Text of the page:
This is the first of a series of 25 articles on eating out in Mauritius, an island nation that is so close to us culturally and has so much to offer to the traveller. This, I hope, will also be the first of a series of food guides, drawing on the wisdom of frequent travellers and chefs, offering in-depth information on savouring the culinary secrets of some of our most favourite destinations around the world.
By Sourish Bhattacharyya
MAURITIUS is a culinary melting pot that is yet to be explored fully by high-spending Indian travellers who visit the island nation for reasons as varied as hosting a big fat Indian wedding to attending an incentive powwow for a company’s sale staff. From authentic dim sum (some say the best outside Hong Kong and Guangzhou) to African, Creole, English and French specialities, to street Indian, to gourmet Indian a la Michelin-starred Vineet Bhatia, Mauritius has something to tantalise every taste bud and, contrary to what people believe, every pocket.
|From tandoori to Creole cuisine, Mauritius is a gastronomic|
showcase of the best foods its diverse culture has to offer
The country’s kitchen reflects the diverse culinary influences and histories that the ancestors of its citizens brought with them at various points of time. The grand views that the restaurants command and the legendary friendliness of the Mauritians combine to double the dining pleasure in that idyllic country.
To dig deeper into the Mauritius dining scene, I posted a request for information on the landing page of the Delhi Gourmet Club (DGC), a Facebook community of over 4,500 people who live to eat, and I was impressed by the steady trickle of nuggets that came my way. Anand Kapoor, who works for a UK-based design house and also runs the non-profit Creative Services Support Group (CSSG), drew my attention to a guide to good eating in Mauritius published by a leading U.K. newpaper, The Telegraph. Kapoor, who has just published a lavishly illustrated cookbook titled Taste with seven Michelin-starred and celebrity chefs, is well-travelled and knows his food well.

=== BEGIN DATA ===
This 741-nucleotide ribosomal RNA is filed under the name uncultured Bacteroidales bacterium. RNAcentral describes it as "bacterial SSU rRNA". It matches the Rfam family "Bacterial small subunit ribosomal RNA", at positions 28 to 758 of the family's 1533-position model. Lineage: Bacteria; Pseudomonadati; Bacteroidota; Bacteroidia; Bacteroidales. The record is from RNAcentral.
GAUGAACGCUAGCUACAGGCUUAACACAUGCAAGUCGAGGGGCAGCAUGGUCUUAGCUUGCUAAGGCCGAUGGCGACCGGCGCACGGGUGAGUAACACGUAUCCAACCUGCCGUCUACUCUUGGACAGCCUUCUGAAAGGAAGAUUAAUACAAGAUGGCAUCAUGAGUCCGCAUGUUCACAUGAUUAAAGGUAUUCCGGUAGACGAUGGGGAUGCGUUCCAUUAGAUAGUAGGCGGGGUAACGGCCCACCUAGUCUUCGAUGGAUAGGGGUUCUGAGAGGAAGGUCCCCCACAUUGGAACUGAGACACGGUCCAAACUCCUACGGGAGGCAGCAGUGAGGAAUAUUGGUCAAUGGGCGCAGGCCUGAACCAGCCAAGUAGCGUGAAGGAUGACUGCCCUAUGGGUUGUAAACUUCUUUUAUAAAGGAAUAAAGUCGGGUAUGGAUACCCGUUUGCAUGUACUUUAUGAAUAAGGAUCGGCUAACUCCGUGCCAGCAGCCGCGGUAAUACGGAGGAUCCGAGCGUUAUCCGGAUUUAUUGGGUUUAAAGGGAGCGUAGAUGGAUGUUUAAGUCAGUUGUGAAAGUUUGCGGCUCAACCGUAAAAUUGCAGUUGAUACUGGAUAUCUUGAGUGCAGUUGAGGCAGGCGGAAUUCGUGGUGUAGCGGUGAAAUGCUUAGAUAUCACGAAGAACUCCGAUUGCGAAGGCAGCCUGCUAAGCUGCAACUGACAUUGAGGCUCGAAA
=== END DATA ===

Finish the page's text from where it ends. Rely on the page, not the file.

I will start my series with the opening advice of The Telegraph guide’s author, Nicki Grihault, daughter of Alan Grihault, the acclaimed authority on the dodo. “Lunch,” writes Nicki, who knows Mauritius as intimately as her father knows the dodo, “tends to be a more popular, and less expensive, time to eat out, as Grand Baie is the only area with a happening evening dining scene and to a lesser extent, Port Louis.” Grand Baie is an ocean-kissed village in the north of the island and Port Louis is the national capital.
Keeping that advice at the back of our mind, let us set out for Mauritius with this list of the ten favourite restaurants of another DGC member, Siddharth Mohan, a senior executive with a leading management consultancy and a regular visitor to Mauritius. Mohan’s Top Ten are:
1. Domaine Anna for delicious butter garlic freshwater prawns in the middle of sugarcane fields. (That must be an amazing view! The restaurant is on the island’s longest beach, Flic en Flac, or Black River.)
2. Le Chamarel, which is perched high on the Black River mountains, for its outstanding vistas while you tuck into Smoked Marlin Carpaccio. (The restaurant should not be confused with the Air Mauritius Airbus A340-313X named Le Chamarel.)
3. Varangue Sur Morne, a rustic gamekeeper’s lodge also in Chamarel, for fine Creole cooking and stunning surroundings (these two words will keep appearing in most descriptions).
4. L’Aventure du Sucre for unpretentious Mauritian French cuisine steeped in the history of an Old Sugar Mill, where you can find out all you need to know about the history of the island, its sugar industry and the many types of sugar it produces.
5. The dhaba-style Dewa on Rose Hill for a taste of the dholl puri (maida rotis staffed with chana and served in pairs with a bean curry, ‘achard’, or pickles, and chutney) and the local galette, which is a deep-fried cake made with mashed cassava and cream.
6. The chic Le Pescatore at Trou aux Biches on the island’s north-west coast for fish so fresh you can smell the aroma of the sea water while eating away … it’s pricey, though.
7. For tea-time crepes, chicken sandwiches and the best Pina Colada to enjoy the sunset, head for the beach-side restaurant at La Pirogue Resort set in 14 hectares of tropical plantations.
8. Chateau Mon Desir overlooking the historic ruins of Balaclava, River Citron and Turtle Bay for the most fabulous charm of its old-world dining experience.
9. Ocean Basket, an outlet of the famous South African chain, for the oh-so-many prawns in a dish at the upmarket Bagatelle, Mall of Mauritius.
10. “And if you are very, very lucky,” concludes Mohan, “home-style grilled lamb chops at an 18th-century French mansion surrounded by exquisite gardens. Entry by invitation only.” This is the mystery entry in this Top Ten. To find out, keep following the posts that follow in this series.
Here’s the link to Nicki Grihault’s most informative thumbnail guide…